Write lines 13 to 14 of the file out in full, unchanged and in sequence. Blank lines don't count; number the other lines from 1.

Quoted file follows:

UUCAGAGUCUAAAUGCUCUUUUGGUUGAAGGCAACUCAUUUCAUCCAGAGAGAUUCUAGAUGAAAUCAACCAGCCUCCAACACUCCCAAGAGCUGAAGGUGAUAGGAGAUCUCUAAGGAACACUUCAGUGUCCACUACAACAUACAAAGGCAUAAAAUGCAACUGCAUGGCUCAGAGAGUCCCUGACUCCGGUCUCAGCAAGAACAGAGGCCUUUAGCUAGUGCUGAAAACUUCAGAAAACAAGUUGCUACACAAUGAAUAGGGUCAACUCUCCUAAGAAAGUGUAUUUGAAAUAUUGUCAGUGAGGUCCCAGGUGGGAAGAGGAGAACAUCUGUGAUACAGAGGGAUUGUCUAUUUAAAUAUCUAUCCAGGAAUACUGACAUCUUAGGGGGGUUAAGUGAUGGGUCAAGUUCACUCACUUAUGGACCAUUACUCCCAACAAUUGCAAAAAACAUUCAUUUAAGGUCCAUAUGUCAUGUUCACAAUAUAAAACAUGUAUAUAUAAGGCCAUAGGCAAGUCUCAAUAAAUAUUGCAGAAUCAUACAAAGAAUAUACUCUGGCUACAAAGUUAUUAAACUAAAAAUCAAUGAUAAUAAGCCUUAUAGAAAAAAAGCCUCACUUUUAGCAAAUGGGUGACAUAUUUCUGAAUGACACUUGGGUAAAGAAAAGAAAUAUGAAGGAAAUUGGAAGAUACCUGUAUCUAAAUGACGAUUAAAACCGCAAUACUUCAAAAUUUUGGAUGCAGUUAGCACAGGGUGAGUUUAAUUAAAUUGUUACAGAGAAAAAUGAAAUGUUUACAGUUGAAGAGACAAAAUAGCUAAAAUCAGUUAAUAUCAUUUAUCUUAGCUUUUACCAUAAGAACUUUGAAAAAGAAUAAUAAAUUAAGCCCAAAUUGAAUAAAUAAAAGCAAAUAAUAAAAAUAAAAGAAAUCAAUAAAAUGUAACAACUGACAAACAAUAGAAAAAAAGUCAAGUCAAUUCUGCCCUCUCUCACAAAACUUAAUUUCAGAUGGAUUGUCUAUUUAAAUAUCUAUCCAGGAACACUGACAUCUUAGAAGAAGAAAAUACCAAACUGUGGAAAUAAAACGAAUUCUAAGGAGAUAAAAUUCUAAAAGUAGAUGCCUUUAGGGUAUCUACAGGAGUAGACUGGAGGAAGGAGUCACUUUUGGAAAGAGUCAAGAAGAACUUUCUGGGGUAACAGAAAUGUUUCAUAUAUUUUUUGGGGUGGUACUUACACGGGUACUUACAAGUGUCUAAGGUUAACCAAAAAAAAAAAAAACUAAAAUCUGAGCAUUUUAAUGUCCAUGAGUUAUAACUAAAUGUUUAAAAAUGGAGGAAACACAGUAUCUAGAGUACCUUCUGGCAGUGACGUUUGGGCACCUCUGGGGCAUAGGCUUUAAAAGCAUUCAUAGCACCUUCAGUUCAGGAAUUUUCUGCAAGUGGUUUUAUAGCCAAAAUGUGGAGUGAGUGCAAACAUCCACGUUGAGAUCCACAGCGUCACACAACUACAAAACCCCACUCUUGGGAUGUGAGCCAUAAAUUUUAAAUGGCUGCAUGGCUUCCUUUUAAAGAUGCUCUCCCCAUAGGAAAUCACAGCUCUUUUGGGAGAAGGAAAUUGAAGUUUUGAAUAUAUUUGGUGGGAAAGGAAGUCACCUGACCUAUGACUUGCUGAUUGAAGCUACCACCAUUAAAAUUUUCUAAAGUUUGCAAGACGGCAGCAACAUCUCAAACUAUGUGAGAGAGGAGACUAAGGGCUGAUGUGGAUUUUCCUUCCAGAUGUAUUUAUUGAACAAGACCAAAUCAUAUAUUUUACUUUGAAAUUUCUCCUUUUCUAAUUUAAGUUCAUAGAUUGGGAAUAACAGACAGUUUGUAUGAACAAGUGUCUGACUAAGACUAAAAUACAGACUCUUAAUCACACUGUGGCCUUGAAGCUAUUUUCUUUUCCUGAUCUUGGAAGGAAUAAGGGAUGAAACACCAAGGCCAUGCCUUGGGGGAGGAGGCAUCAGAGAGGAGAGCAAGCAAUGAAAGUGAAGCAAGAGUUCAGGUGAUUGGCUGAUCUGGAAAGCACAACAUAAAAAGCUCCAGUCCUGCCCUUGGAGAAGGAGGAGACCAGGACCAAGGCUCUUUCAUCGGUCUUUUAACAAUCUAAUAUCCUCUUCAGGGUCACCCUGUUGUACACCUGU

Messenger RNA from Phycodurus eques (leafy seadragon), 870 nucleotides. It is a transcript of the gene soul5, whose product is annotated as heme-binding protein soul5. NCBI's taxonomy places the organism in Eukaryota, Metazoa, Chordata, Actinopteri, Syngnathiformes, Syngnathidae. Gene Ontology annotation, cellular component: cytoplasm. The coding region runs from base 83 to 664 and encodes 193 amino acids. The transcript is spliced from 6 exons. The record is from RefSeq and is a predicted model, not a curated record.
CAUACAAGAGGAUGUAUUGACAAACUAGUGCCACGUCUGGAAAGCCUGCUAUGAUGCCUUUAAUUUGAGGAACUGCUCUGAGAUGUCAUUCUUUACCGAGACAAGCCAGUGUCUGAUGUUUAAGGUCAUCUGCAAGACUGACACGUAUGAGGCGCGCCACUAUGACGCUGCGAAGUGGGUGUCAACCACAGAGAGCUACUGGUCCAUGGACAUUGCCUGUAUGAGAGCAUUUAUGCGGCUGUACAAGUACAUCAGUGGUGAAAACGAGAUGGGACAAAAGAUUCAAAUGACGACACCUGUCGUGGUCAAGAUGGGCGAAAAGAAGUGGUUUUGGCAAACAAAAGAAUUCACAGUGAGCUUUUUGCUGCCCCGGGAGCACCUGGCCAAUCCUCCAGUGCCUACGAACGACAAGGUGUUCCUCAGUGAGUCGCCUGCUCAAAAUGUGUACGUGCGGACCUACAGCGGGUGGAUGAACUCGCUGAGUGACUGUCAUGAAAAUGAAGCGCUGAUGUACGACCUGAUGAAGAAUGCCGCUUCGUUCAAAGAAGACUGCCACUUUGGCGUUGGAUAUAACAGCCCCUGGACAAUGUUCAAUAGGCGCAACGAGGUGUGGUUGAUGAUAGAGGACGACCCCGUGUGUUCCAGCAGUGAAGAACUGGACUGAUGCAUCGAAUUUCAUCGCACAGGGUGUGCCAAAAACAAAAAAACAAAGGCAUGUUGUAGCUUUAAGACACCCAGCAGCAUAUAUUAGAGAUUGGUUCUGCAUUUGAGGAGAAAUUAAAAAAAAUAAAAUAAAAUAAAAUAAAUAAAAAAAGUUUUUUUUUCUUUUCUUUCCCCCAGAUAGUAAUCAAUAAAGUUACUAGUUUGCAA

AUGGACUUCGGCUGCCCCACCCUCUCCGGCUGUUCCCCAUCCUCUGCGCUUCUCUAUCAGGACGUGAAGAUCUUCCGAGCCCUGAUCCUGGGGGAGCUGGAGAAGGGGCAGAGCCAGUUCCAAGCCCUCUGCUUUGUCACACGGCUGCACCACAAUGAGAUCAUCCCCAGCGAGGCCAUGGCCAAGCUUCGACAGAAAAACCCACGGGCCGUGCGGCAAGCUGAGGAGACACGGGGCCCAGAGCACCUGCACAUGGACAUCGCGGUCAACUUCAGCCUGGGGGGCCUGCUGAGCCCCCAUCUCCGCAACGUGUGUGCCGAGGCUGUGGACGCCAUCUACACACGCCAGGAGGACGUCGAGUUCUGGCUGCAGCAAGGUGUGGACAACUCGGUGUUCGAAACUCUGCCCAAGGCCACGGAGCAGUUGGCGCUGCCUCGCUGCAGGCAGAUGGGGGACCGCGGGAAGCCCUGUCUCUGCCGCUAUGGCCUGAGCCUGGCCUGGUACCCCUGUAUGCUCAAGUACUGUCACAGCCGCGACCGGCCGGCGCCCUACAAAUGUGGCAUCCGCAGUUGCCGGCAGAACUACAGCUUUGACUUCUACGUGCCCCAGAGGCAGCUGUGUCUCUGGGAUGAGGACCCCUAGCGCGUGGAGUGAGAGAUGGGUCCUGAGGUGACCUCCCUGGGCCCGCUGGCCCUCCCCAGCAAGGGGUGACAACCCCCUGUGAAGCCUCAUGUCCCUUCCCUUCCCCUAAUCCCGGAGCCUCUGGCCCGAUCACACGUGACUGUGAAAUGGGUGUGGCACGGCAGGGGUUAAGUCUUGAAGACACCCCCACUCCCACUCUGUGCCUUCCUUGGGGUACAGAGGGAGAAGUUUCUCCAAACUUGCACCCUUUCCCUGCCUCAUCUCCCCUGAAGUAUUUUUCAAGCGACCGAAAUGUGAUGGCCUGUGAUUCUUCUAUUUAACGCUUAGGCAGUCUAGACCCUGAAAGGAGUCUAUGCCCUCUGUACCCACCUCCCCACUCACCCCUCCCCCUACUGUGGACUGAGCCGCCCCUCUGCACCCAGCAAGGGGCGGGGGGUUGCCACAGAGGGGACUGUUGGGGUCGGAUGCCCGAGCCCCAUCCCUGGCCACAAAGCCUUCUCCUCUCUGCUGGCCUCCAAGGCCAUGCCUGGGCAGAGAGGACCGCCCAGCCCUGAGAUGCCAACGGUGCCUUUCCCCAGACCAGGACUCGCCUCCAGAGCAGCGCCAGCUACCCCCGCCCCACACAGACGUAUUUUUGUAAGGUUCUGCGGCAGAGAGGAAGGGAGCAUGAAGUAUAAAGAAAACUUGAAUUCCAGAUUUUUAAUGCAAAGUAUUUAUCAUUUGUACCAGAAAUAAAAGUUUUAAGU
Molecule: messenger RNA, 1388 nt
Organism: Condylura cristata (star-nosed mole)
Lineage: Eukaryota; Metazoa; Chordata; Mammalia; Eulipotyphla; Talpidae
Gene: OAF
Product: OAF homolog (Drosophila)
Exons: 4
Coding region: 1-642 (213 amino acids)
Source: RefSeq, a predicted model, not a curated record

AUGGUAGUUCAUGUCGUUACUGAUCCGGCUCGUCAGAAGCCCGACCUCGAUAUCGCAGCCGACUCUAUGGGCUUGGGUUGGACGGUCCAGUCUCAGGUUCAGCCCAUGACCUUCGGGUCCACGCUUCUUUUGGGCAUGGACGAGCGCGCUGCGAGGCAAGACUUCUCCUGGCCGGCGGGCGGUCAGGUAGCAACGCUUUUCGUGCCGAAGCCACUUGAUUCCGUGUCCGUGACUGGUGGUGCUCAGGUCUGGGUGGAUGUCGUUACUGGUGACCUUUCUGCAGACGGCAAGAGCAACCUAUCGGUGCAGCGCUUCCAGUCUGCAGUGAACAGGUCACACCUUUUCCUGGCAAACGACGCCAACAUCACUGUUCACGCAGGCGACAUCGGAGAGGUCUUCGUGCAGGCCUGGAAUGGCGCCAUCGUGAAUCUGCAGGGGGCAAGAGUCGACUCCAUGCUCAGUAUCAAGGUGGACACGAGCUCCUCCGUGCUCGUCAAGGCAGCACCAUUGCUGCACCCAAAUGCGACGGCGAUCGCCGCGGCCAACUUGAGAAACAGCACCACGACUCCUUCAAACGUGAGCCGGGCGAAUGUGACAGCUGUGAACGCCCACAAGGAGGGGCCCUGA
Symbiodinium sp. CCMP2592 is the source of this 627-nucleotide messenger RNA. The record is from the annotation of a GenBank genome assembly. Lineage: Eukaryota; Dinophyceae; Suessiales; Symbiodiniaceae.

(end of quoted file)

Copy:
AUGGUAGUUCAUGUCGUUACUGAUCCGGCUCGUCAGAAGCCCGACCUCGAUAUCGCAGCCGACUCUAUGGGCUUGGGUUGGACGGUCCAGUCUCAGGUUCAGCCCAUGACCUUCGGGUCCACGCUUCUUUUGGGCAUGGACGAGCGCGCUGCGAGGCAAGACUUCUCCUGGCCGGCGGGCGGUCAGGUAGCAACGCUUUUCGUGCCGAAGCCACUUGAUUCCGUGUCCGUGACUGGUGGUGCUCAGGUCUGGGUGGAUGUCGUUACUGGUGACCUUUCUGCAGACGGCAAGAGCAACCUAUCGGUGCAGCGCUUCCAGUCUGCAGUGAACAGGUCACACCUUUUCCUGGCAAACGACGCCAACAUCACUGUUCACGCAGGCGACAUCGGAGAGGUCUUCGUGCAGGCCUGGAAUGGCGCCAUCGUGAAUCUGCAGGGGGCAAGAGUCGACUCCAUGCUCAGUAUCAAGGUGGACACGAGCUCCUCCGUGCUCGUCAAGGCAGCACCAUUGCUGCACCCAAAUGCGACGGCGAUCGCCGCGGCCAACUUGAGAAACAGCACCACGACUCCUUCAAACGUGAGCCGGGCGAAUGUGACAGCUGUGAACGCCCACAAGGAGGGGCCCUGA
Symbiodinium sp. CCMP2592 is the source of this 627-nucleotide messenger RNA. The record is from the annotation of a GenBank genome assembly. Lineage: Eukaryota; Dinophyceae; Suessiales; Symbiodiniaceae.